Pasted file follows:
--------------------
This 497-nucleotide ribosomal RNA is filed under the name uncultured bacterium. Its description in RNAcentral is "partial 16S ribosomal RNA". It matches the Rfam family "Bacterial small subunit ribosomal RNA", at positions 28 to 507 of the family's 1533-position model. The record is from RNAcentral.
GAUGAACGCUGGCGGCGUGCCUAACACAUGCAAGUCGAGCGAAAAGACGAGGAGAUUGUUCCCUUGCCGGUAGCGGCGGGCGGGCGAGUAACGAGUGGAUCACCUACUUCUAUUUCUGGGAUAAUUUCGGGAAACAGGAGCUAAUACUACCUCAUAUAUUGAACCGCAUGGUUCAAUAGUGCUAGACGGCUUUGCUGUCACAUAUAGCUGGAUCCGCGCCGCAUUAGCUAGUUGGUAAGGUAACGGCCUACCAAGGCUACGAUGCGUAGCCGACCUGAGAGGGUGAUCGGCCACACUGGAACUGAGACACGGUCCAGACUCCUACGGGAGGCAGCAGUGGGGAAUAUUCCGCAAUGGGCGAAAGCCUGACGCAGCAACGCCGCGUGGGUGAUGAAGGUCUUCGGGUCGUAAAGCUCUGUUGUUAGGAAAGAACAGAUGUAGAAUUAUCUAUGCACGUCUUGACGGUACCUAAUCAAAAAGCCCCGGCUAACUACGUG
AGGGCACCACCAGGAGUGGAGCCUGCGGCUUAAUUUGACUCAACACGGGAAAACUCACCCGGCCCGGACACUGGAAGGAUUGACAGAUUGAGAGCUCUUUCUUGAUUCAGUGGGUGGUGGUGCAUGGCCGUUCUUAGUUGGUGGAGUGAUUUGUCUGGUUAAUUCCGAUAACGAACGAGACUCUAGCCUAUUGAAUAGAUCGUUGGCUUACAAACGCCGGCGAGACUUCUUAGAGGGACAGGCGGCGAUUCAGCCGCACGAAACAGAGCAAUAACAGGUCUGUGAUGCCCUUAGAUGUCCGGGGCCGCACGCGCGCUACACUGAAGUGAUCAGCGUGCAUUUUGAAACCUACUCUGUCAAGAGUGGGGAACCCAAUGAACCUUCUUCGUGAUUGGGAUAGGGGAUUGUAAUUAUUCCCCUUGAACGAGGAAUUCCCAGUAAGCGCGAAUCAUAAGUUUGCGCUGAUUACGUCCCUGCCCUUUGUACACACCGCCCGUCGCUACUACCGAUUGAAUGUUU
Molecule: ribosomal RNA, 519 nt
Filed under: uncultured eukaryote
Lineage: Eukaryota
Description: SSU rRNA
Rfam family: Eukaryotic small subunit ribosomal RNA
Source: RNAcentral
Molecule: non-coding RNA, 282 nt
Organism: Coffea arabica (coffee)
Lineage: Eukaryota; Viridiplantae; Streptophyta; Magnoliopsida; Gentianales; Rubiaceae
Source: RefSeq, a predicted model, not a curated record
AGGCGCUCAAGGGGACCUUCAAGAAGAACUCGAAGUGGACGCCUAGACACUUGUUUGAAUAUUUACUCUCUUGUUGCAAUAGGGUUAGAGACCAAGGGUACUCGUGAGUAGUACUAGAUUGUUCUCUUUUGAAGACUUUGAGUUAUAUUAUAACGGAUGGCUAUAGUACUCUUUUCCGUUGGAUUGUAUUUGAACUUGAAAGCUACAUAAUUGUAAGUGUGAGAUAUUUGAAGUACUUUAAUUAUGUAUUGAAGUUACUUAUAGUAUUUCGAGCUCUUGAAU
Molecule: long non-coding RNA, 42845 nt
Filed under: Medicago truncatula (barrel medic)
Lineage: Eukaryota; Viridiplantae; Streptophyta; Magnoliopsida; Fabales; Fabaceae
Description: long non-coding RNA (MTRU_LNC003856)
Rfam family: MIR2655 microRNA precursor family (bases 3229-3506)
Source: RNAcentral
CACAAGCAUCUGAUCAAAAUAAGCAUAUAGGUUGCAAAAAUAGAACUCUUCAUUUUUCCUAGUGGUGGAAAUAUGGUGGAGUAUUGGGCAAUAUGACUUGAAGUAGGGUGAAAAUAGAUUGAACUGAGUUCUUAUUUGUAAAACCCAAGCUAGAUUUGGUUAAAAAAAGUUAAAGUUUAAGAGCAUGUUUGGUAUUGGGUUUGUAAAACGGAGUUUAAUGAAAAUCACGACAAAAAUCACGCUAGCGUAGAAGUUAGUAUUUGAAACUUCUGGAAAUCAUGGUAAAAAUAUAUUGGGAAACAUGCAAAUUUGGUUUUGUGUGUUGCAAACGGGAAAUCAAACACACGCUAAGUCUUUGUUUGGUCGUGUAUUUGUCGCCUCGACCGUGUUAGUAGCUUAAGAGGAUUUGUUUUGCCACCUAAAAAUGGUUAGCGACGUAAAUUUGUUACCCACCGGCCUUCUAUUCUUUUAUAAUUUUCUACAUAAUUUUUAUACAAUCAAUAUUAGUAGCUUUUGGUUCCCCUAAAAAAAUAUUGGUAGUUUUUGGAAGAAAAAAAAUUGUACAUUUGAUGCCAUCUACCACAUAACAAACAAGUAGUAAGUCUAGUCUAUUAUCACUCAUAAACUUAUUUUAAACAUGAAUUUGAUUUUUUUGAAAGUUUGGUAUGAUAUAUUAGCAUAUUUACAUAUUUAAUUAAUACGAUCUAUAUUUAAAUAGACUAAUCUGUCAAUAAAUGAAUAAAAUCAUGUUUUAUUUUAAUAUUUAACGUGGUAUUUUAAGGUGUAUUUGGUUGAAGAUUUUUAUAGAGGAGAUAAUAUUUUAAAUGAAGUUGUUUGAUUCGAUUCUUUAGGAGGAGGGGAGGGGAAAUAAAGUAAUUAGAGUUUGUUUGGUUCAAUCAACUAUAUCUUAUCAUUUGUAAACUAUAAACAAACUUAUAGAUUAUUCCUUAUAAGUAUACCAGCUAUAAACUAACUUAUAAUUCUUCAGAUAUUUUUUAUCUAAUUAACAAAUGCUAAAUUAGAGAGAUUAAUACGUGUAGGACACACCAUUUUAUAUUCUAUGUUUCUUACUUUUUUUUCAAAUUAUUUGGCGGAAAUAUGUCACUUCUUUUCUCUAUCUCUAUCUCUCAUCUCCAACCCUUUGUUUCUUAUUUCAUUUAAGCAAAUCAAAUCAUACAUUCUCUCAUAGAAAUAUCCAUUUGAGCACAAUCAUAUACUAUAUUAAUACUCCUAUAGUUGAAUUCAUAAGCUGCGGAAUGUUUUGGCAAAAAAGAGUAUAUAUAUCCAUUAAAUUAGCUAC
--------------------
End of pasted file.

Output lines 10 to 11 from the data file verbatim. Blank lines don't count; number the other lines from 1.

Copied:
Molecule: non-coding RNA, 282 nt
Organism: Coffea arabica (coffee)